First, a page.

The proposed scheme is fairly general and it can be applied to any uncertain complex system represented by coupled ODEs.
In this paper, a strictly concave approximation of MOCU – referred to as “Soft MOCU” – is proposed, which can be used to define an acquisition function for Bayesian active learning with a theoretical convergence guarantee. This study shows that the Soft MOCU based Bayesian active learning outperforms other existing methods, with the important additional benefit of theoretical guarantee of convergence to the optimal classifier.
In this paper, we propose an acquisition function for active learning of a Bayesian classifier based on a weighted form of MOCU (mean objective cost of uncertainty). By quantifying the uncertainty that directly affects the classification error, the proposed method avoids the shortcoming of the previous expected Loss Reduction (ELR) methods by avoiding their myopic behavior. Unlike existing ELR methods, which may get stuck before reaching the optimal classifier, the proposed weighted-MOCU based strategy provides the critical advantage that the resulting Bayesian active learning algorithm guarantees convergence to the optimal classifier of the true model. We demonstrate its performance with both synthetic and real-world datasets.
We are happy to announce the opportunity to apply for 2021 NSF Math Sciences Graduate Internship (MSGI) to work on the research project entitled: Uncertainty-Aware Data-Driven Models for Optimal Learning and Robust Decision Making Under Uncertainty. (Mentors: Drs. Nathan Urban & Byung-Jun Yoon)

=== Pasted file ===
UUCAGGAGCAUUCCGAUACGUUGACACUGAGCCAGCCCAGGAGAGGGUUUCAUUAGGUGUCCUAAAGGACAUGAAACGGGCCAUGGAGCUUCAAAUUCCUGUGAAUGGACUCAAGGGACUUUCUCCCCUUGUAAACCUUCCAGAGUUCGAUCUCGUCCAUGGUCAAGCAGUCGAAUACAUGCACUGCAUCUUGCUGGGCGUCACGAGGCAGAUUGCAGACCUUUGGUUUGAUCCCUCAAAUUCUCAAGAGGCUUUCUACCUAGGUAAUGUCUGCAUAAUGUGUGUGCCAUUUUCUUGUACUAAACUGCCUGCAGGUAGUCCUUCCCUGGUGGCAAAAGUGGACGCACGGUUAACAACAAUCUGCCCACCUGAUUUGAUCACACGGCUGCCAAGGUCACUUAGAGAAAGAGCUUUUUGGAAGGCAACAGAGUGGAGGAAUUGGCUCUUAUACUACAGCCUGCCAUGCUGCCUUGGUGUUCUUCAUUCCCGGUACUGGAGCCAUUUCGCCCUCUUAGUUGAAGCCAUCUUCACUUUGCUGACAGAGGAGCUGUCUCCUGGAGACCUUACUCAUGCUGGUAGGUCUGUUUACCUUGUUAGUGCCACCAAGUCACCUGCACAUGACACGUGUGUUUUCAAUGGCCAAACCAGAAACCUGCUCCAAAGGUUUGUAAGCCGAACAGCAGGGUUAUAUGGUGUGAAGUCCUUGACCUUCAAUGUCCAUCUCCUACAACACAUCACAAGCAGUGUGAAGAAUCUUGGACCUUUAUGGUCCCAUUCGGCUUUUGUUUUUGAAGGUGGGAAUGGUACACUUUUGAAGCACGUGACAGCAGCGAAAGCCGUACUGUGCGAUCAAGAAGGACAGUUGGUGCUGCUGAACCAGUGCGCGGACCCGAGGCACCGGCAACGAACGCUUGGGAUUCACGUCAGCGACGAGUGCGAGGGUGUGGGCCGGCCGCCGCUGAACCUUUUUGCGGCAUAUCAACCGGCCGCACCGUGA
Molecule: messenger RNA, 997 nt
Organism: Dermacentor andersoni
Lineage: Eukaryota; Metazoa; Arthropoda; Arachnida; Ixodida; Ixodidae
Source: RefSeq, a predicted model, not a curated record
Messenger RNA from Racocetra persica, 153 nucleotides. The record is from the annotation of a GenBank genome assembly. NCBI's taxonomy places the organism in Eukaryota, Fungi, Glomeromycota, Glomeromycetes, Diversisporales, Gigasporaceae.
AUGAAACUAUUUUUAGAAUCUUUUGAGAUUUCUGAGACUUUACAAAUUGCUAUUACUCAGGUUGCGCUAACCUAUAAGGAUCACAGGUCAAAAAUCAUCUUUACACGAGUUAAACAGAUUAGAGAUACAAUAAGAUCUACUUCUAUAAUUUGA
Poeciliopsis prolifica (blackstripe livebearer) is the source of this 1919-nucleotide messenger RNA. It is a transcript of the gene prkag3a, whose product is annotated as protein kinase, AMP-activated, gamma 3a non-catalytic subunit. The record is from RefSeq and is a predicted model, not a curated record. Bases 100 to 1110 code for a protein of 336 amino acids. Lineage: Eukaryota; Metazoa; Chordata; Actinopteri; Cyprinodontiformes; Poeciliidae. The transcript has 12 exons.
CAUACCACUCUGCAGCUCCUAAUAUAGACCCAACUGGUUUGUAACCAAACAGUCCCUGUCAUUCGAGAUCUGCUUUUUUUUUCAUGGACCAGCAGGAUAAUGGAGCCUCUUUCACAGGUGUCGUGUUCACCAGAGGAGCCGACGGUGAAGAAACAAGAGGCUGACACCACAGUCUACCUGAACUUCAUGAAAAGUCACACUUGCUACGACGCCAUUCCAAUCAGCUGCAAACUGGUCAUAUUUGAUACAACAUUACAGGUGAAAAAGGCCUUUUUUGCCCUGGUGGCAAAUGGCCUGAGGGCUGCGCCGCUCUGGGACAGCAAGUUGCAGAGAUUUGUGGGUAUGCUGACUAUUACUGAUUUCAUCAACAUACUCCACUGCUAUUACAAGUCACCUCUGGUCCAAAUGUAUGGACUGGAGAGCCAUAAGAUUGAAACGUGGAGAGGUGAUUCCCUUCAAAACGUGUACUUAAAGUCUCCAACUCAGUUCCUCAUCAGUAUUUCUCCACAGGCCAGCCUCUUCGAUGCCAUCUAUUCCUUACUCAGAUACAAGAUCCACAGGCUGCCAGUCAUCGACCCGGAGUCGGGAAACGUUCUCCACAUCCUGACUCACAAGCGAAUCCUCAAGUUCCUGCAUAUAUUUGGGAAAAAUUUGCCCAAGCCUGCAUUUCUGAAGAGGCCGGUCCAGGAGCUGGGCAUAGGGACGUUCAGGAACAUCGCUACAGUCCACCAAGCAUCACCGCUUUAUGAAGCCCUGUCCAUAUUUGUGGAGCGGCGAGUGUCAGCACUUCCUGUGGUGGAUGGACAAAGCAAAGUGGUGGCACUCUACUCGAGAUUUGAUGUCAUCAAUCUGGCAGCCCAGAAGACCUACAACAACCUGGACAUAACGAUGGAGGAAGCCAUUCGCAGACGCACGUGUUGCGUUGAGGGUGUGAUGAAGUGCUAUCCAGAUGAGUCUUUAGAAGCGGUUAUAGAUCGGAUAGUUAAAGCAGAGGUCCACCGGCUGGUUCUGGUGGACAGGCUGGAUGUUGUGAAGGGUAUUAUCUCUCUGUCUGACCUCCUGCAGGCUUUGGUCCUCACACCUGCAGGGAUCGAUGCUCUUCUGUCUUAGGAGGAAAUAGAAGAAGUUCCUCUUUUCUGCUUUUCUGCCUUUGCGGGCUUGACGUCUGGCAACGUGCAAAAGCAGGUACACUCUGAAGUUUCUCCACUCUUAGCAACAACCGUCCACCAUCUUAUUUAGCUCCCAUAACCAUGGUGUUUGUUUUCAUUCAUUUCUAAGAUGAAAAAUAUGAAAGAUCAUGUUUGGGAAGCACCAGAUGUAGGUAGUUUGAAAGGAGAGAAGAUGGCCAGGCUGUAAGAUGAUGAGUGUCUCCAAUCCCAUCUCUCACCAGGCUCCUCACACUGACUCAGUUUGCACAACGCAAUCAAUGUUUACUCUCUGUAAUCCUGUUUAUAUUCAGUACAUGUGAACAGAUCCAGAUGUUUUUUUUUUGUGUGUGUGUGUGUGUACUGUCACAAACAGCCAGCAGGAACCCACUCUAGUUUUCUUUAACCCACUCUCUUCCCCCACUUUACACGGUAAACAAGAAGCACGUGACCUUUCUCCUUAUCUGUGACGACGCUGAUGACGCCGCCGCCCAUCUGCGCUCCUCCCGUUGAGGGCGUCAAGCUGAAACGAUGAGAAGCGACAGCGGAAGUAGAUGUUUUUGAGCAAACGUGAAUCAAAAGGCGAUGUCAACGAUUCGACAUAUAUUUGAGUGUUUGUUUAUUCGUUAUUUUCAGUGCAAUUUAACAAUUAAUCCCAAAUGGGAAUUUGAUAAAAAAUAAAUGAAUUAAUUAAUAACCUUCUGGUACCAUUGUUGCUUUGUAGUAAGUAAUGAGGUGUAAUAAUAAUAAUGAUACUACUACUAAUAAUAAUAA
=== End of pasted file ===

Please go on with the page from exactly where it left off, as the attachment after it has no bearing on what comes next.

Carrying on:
This project aims to develop Scientific ML techniques that enable objective-driven uncertainty quantification (UQ) for data-driven models. We will focus on developing theories and algorithms that can ultimately lead to an automated learning procedure of effective surrogates for complex systems that can be used for making optimal decisions robust to system uncertainties and surrogate approximation errors. These goals will be attained based on a Bayesian ML paradigm, in which we integrate scientific prior knowledge on the system and the available data to obtain a prior directly characterizing the scientific uncertainty in the physical system, quantify the uncertainty relative to the objective, develop optimal operators robust to the uncertainty, and design strategies that can optimally reduce the uncertainty and thereby directly contribute to the attainment of the objective. Potential applications of this methodology will be discussed with the student, but may focus on biological and biomedical discovery science. Detailed information of this project can be found in the project catalog at the following link (search for reference code: BNL-URBAN1): https://orise.orau.gov/nsf-msgi/project-catalog.html
The NSF Mathematical Sciences Graduate Internship (MSGI) program is aimed at students who are interested in understanding the application of advanced mathematical and statistical techniques to “real world” problems, regardless of whether you plan to pursue an academic or nonacademic career. Internship activities will vary based on the assigned research project and hosting facility. As part of your application, you will identify your top 3 research projects from the 2021 NSF MSGI Project Catalog: https://orise.orau.gov/nsf-msgi/project-catalog.html
We are happy to announce that we have launched a new website for objective uncertainty quantification (UQ). This website will be used to present the latest research findings, papers, resources, and other developments relevant to objective-UQ based on mean objective cost of uncertainty (MOCU).